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Dr. Larry Sierra | Michigan State University

In memoriam - Dr. Larry Sierra

It is with deep sadness that NIRSA shares the news that Dr. Lawrence Sierra passed away on May 6 at age 79 following complications from a stroke he suffered during the winter. Dr. Sierra held various positions at Michigan State University over the course of many years, at one point serving at the Director of Intramural Sports and Recreative Services. He was born on July 19, 1937 in Canton, OH and is survived by his wife of 59 years, Arlene; his daughter, Beth A. Sierra; his son, Jeff (Roberta) Sierra; grandchildren Lindsey Miller, Austin Miller, and Alana Rose Sierra; his brother, Richard Sierra; and by many loving nieces and nephews.

Larry was a dynamic, loving, inspirational, and generous husband and father who always made his family his daily priority in everything he did and in every decision he made. His grandchildren were his pride and joy. Larry was a protector and provider of not only his family, but of his family of friends and to the East Lansing community he lived in and loved.

“Dr. Sierra has a huge place in my heart,” says Angela Michael, a former student and the current Assistant Director (IM Sports Circle, Club Sports, Self Defense) at MSU. “My entire life changed when I worked at the IM during my undergrad,” she explains. “I currently benefit from a job I love going to everyday, the best family-friendly working environment I have ever been in. That culture exists because Dr. Sierra made it so. He understood the balance between being stern and making sure things got done while also putting issues into perspective and ensuring our priorities were straight. He demonstrated loyalty, taking care of your community, the importance of supporting those who support you.”

Humble beginnings broadened with hard work

Larry was a smart kid and talented in many ways. He knew that he wanted to find a way out of the childhood neighborhood and said that if he hadn’t, he probably would have ended up a hoodlum. Larry could have gotten out on his smarts alone, but it was his athletic ability that provided him the best opportunity. In a very real way, he was the poor kid from the wrong side of the tracks who got a shot at something more through athletics.

Two major league baseball clubs showed interest in him right out of high school—Pittsburgh and Philadelphia—which is kind of funny because baseball was not his sport of choice. Basketball is what he loved; it was his passion and he was good at it. He had several basketball scholarship offers, including one from The Ohio State where everyone expected he would go. But, in 1955, he left his home state and came to East Lansing to study and play basketball at Michigan State University.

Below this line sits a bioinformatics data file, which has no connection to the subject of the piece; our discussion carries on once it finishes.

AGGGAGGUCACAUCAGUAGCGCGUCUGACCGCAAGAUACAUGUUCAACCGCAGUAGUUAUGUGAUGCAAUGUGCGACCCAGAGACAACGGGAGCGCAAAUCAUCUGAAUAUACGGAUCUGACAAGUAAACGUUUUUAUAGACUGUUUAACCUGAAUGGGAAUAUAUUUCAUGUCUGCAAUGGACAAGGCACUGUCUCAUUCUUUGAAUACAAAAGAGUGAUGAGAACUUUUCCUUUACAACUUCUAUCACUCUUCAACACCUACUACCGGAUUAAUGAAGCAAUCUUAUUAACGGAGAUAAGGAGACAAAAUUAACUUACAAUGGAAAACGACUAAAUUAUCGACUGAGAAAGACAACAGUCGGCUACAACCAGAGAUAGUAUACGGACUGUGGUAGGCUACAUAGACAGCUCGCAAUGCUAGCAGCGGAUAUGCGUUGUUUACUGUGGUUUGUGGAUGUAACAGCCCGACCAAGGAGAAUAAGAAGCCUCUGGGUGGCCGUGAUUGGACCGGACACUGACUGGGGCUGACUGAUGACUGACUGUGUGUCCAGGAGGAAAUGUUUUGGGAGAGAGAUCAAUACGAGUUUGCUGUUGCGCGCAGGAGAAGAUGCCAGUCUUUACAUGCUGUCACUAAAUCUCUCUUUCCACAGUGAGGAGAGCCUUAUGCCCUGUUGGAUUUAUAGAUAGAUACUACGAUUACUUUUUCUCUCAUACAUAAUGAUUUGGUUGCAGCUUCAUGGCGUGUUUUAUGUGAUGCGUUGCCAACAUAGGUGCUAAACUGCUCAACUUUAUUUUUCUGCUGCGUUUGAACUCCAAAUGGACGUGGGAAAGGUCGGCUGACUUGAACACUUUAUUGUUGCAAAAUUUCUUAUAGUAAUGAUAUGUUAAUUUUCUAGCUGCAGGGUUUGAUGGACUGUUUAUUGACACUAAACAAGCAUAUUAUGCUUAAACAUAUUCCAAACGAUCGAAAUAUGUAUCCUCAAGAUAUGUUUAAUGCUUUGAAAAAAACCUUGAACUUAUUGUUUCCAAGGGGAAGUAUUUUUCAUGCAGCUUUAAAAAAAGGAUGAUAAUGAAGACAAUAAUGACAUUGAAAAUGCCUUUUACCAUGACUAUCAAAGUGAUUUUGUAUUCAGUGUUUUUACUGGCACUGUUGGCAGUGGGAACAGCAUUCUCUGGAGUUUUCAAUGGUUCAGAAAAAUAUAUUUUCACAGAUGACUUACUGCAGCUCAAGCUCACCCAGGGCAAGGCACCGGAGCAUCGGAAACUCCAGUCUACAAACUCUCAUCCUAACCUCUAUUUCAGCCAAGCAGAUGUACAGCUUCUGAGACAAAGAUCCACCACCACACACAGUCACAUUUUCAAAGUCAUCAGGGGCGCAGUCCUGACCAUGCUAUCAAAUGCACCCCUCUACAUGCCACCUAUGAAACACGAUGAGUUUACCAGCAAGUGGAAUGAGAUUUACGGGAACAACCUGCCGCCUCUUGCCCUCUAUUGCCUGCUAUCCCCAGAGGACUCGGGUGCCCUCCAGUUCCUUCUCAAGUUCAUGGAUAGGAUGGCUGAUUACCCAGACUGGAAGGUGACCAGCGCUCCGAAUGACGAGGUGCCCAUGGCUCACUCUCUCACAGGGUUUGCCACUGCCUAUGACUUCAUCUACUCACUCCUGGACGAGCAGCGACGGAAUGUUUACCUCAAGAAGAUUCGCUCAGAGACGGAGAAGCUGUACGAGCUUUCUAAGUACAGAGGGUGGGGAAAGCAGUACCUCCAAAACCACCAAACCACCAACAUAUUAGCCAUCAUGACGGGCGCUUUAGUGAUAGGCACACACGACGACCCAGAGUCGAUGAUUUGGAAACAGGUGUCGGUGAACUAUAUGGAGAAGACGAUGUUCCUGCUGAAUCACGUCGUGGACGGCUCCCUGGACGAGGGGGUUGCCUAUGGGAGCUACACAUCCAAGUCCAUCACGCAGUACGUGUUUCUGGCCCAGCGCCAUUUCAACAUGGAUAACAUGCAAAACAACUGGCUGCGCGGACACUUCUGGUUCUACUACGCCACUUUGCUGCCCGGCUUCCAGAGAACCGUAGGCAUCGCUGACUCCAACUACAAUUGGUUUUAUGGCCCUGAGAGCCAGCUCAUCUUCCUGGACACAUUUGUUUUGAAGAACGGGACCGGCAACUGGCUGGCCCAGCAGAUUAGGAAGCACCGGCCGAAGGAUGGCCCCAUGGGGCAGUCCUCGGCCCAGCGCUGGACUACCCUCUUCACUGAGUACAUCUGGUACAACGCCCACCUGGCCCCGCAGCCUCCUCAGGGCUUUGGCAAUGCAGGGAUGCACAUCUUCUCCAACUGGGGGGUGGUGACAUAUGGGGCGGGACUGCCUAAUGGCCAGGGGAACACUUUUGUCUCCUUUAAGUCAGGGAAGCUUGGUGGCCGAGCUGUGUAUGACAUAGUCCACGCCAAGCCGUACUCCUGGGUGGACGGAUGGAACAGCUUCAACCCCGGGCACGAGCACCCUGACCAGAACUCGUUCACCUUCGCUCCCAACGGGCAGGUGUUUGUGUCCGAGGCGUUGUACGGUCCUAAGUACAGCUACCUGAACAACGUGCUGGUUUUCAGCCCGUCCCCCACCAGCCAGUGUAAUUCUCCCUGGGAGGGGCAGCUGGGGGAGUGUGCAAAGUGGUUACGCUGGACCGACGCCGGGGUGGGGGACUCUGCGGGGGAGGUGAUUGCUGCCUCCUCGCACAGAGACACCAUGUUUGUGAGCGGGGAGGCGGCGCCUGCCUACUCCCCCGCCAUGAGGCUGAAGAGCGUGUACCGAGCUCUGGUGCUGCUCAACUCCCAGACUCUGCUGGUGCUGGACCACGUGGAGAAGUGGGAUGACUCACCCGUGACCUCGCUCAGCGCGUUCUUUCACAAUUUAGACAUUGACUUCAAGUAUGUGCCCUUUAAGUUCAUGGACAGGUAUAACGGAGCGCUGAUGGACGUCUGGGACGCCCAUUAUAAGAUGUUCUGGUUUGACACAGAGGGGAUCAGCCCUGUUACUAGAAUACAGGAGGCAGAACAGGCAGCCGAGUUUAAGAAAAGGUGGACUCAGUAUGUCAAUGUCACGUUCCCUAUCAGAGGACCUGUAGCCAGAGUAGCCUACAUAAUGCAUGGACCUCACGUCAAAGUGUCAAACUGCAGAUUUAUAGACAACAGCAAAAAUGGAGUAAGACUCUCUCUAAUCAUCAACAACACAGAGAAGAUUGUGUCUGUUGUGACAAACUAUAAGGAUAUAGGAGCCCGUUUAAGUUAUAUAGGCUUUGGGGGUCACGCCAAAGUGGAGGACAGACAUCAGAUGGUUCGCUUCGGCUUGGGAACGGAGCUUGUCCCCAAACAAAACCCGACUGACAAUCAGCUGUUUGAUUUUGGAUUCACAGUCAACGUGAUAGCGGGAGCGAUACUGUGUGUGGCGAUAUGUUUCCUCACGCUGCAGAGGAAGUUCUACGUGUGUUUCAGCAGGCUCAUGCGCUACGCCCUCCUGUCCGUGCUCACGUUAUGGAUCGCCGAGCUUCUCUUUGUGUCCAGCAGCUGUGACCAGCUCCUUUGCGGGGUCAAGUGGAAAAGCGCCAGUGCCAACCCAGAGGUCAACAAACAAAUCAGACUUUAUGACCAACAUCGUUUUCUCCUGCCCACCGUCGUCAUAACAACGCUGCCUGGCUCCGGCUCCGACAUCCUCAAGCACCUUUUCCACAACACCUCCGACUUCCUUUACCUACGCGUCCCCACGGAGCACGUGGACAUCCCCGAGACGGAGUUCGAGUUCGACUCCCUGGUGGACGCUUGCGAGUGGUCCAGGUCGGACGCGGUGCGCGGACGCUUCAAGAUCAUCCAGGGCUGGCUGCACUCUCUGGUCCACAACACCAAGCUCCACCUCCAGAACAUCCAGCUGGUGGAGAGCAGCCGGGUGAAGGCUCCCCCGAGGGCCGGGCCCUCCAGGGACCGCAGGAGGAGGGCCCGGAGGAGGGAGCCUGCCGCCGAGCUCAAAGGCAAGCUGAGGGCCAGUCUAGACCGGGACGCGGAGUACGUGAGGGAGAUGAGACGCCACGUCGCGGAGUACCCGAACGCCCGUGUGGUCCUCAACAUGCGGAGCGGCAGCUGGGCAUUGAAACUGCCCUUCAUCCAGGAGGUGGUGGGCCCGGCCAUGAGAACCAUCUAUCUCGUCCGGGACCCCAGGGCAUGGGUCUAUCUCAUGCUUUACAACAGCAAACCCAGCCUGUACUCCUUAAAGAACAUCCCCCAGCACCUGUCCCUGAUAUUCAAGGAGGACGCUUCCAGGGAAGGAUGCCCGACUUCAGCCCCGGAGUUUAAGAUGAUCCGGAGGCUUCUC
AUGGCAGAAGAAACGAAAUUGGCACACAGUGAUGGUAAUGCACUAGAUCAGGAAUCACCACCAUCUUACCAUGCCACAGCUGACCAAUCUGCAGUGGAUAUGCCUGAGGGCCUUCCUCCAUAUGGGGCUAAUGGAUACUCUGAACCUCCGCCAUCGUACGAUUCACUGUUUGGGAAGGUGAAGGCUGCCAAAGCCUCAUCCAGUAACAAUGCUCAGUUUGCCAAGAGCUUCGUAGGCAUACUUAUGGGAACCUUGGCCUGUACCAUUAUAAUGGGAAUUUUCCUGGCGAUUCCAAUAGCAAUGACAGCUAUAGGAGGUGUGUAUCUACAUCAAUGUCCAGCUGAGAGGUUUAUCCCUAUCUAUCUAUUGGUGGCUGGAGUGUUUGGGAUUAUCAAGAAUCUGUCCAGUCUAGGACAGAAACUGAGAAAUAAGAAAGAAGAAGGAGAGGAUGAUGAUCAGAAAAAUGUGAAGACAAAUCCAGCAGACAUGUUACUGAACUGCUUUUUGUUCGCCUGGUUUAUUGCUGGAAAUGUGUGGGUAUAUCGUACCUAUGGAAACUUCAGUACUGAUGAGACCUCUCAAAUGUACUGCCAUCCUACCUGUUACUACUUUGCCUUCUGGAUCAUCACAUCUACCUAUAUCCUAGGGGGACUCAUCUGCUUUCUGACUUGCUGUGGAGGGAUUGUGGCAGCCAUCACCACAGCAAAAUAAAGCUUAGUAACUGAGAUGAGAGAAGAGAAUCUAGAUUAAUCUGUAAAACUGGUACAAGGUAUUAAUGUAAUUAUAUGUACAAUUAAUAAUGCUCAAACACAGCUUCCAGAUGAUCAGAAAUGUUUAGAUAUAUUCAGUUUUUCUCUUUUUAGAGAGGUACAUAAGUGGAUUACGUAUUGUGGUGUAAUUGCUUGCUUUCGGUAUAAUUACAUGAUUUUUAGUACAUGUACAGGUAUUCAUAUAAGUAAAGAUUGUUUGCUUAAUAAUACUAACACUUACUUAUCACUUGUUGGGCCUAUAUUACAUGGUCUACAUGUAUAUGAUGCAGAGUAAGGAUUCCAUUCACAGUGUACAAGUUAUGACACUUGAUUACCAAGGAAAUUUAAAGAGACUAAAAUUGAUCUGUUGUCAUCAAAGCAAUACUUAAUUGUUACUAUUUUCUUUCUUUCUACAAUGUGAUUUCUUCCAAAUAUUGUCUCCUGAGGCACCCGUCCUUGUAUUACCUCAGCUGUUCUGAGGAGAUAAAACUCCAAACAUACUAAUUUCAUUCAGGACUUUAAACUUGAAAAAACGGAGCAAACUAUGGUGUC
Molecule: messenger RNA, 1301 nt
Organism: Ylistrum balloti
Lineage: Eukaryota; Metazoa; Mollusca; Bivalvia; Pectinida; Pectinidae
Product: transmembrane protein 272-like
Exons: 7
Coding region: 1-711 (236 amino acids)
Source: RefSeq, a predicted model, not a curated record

Like many athletes, his collegiate basketball career was not all he wanted it to be—both injuries and coaching changes playing a major role. Interestingly, before he was done, he somehow ended up on the varsity soccer team. He said the only reason he was let on the team was because he spoke fluent Spanish; Spanish was actually his first language. He said the coach had no idea what half the players were saying to him—or saying about him—so Larry’s job was to translate. He also had pretty good hands and ended up playing in the goal and lettering in soccer on a team that had multiple undefeated seasons.

In 1959, Larry earned his bachelor’s degree in physical education. Upon graduation, to fulfill his ROTC commitment, he entered the army as a lieutenant in the military police. He served at various stations throughout the United States and Europe—more specifically, in Germany.

In 1962, under Dr. Frank Beeman, Larry started what would be a 50-year career serving the students, faculty, and staff of MSU. He held positions from assistant director to associate director before eventually earning the honor of Director of Intramural Sports and Recreative Services in 1987. Along the way, he earned a master’s degree in health and physical education and a doctorate in higher education.

A legacy of service and commitment to the profession

Larry brought together a diverse team of talented people who built an innovative and nationally-recognized program. Believing strongly that regardless of ability, recreational opportunities needed to be available to everyone, Larry coined the phrase “Sports for All,” which is still the vision of the MSU program today. Larry proved to be an outstanding leader, mentor, and educator. He was instrumental in the establishment of a graduate degree program in sports administration at MSU, and mentored countless numbers of grad students who would later make their own marks as intramural and recreation professionals.